Research scientists have become increasingly dependent on collaborations across laboratories and organizations to maintain their productivity. However, growing specialization of individual laboratories works against a current drive towards understanding systems in the sciences. Consequently, there is a tension between the rising importance of collaborative efforts and the practical and structural challenges in establishing and managing such collaborations in the quest to understand our world. Drawing on ethnographic case studies of three academic research labs, we illustrate how scientific knowledge is produced in collaborations that are established and maintained through virtual organizations (VOs). As much as VOs can facilitate scientific work across time and space, they do not eradicate the social aspects (e.g. trust among scientists, institutional limitations, laboratory cultures) to scientific knowledge production.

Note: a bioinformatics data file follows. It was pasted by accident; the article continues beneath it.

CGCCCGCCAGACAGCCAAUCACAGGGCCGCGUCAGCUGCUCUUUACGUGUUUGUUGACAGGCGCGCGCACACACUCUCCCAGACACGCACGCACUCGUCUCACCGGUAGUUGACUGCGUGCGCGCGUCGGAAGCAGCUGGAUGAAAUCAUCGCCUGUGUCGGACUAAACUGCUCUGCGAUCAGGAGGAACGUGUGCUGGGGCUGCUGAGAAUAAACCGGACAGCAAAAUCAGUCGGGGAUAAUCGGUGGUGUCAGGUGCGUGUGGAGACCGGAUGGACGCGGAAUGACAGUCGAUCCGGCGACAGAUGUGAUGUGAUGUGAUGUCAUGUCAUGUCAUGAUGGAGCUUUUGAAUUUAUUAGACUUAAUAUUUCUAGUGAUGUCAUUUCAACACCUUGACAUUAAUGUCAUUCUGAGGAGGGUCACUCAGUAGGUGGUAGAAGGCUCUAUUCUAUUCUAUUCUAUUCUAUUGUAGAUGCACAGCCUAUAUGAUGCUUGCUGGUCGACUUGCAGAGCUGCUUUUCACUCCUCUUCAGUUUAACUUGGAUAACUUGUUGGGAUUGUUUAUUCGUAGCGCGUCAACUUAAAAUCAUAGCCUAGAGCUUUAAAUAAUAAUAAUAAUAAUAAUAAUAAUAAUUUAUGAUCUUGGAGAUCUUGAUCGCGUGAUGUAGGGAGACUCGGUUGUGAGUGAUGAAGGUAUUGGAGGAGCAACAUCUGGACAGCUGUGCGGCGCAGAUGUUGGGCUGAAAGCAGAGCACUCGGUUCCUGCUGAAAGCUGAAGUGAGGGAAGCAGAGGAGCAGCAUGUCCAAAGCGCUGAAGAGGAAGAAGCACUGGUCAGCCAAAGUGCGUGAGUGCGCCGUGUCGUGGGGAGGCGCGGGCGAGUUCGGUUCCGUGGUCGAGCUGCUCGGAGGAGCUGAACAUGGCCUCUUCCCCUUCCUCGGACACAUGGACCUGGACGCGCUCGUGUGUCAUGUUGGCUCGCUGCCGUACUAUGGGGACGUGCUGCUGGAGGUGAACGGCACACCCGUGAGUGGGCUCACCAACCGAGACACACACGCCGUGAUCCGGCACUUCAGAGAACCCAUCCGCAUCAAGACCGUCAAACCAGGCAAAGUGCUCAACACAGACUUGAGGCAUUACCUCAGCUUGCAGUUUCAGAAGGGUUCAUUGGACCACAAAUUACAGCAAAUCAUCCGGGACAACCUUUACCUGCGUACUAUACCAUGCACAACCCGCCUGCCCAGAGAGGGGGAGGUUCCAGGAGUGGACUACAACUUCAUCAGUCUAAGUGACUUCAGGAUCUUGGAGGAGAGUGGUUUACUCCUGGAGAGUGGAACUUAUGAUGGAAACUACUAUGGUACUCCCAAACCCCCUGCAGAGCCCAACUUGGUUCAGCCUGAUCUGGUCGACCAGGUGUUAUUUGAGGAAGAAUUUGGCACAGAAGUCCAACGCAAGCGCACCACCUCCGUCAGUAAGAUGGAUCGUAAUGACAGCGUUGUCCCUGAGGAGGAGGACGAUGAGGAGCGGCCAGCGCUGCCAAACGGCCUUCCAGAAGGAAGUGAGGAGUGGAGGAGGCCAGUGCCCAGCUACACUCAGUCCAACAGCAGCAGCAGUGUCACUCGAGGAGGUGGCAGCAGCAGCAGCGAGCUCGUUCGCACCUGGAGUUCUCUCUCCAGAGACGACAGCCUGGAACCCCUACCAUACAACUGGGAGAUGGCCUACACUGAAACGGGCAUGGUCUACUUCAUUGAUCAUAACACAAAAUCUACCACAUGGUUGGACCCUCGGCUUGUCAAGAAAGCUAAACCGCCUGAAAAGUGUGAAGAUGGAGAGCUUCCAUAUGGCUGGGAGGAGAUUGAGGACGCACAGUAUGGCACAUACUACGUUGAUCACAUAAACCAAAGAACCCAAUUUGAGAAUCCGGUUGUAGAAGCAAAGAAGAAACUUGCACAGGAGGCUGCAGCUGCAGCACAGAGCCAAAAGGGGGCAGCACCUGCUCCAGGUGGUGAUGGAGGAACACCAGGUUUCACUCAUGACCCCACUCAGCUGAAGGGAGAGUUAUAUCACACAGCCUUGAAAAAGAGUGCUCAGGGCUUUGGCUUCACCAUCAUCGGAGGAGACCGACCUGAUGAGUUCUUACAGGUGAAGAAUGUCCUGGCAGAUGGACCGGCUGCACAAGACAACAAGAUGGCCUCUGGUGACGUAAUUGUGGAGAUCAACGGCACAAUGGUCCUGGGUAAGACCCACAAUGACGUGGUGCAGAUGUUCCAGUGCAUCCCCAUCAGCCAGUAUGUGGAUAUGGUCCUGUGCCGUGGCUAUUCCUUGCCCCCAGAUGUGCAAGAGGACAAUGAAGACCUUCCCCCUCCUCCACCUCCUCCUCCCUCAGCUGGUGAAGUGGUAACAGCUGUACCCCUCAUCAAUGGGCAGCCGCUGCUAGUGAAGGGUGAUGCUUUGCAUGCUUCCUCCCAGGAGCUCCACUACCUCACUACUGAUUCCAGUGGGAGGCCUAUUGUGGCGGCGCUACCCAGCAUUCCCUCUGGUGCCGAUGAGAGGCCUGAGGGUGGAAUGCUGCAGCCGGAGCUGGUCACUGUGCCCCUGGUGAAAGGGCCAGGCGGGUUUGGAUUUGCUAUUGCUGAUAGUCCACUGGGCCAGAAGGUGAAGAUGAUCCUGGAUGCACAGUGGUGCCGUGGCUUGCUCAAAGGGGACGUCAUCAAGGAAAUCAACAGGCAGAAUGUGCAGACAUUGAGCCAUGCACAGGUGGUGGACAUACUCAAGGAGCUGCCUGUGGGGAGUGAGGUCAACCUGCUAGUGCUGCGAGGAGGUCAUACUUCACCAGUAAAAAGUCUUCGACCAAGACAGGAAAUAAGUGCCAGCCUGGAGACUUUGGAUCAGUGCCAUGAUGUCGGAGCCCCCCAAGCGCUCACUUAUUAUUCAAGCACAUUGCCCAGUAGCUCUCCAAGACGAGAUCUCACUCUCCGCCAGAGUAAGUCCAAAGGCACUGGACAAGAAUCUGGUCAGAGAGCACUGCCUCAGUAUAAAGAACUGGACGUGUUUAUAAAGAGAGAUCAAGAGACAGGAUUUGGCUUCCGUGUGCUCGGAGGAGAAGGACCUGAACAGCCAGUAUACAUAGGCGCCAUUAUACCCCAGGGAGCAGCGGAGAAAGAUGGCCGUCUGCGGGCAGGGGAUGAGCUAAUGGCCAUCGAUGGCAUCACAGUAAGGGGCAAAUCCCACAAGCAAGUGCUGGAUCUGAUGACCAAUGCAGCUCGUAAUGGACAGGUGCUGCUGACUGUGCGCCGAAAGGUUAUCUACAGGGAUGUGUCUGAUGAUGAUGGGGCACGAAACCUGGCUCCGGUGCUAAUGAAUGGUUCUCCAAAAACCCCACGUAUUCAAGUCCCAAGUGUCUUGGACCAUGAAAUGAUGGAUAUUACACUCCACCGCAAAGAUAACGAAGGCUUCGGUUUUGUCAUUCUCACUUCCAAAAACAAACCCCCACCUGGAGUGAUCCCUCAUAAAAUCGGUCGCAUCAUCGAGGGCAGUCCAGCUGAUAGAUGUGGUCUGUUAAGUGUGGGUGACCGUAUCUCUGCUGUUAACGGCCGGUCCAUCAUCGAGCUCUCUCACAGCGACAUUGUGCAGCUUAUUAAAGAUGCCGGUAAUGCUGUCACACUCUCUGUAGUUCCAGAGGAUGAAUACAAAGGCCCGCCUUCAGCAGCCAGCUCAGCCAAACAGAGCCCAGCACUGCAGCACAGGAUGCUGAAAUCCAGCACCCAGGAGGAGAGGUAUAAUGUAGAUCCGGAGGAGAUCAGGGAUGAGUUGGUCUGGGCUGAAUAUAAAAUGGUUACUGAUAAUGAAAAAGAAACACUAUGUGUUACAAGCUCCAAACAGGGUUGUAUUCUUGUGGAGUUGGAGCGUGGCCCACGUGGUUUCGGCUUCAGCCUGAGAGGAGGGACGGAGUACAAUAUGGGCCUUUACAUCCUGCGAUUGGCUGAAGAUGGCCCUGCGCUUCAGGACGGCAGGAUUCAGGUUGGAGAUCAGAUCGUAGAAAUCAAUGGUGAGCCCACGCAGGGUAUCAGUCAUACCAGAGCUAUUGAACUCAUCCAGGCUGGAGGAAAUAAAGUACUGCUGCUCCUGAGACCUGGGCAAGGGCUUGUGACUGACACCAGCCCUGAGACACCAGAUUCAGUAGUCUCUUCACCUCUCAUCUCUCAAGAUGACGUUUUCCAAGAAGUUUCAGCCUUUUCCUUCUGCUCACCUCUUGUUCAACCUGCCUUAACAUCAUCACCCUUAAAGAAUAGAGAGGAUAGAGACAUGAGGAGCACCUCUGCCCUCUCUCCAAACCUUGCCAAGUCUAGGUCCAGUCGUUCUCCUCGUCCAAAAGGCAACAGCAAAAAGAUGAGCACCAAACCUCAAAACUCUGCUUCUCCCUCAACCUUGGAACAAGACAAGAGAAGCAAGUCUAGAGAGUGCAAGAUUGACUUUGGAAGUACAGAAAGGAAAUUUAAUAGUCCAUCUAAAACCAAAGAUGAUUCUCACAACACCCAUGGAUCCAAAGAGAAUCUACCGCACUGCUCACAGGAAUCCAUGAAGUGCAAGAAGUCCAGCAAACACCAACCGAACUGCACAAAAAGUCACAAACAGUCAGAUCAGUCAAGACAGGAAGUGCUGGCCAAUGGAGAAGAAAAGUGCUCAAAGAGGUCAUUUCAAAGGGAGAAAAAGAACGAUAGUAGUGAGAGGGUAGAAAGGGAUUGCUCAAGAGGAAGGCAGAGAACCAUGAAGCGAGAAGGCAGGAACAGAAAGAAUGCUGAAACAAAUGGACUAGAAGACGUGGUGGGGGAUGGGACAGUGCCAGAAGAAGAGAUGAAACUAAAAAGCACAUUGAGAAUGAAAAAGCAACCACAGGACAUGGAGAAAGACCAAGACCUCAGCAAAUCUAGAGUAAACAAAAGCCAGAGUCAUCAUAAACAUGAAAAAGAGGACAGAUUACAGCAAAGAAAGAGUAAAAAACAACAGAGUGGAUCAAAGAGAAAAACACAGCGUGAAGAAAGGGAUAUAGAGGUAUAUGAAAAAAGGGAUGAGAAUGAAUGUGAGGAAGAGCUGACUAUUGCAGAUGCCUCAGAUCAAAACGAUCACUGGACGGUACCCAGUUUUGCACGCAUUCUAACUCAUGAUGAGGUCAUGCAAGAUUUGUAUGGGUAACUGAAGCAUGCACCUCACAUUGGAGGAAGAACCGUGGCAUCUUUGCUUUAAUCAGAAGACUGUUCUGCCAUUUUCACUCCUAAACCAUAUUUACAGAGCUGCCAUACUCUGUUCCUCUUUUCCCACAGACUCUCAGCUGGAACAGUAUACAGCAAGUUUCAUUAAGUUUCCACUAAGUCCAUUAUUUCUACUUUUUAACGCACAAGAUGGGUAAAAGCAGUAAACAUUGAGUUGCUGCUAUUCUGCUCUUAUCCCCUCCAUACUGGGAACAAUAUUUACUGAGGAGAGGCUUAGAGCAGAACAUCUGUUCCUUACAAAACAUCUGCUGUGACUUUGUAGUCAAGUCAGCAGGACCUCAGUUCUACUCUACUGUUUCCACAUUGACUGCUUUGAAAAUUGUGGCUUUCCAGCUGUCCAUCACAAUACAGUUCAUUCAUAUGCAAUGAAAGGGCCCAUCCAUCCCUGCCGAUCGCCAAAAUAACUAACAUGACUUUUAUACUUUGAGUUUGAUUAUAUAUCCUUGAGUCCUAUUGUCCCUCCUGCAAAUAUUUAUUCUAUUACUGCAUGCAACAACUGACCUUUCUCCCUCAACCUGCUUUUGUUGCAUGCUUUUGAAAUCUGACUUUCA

Maria Binz-Scharf is Associate Professor of Management at the City College of CUNY, and Visiting Researcher at Xerox PARC. Her research examines how individuals search for and share knowledge to accomplish work. In particular, she is interested in understanding the role technology plays in processes of knowledge sharing and innovation. With the support of grants from the NSF and NIH, she has studied the knowledge networks of biologists, primary care physicians, and DNA forensic scientists.
Download the flyer here.
Collaborative Production of Scientific Knowledge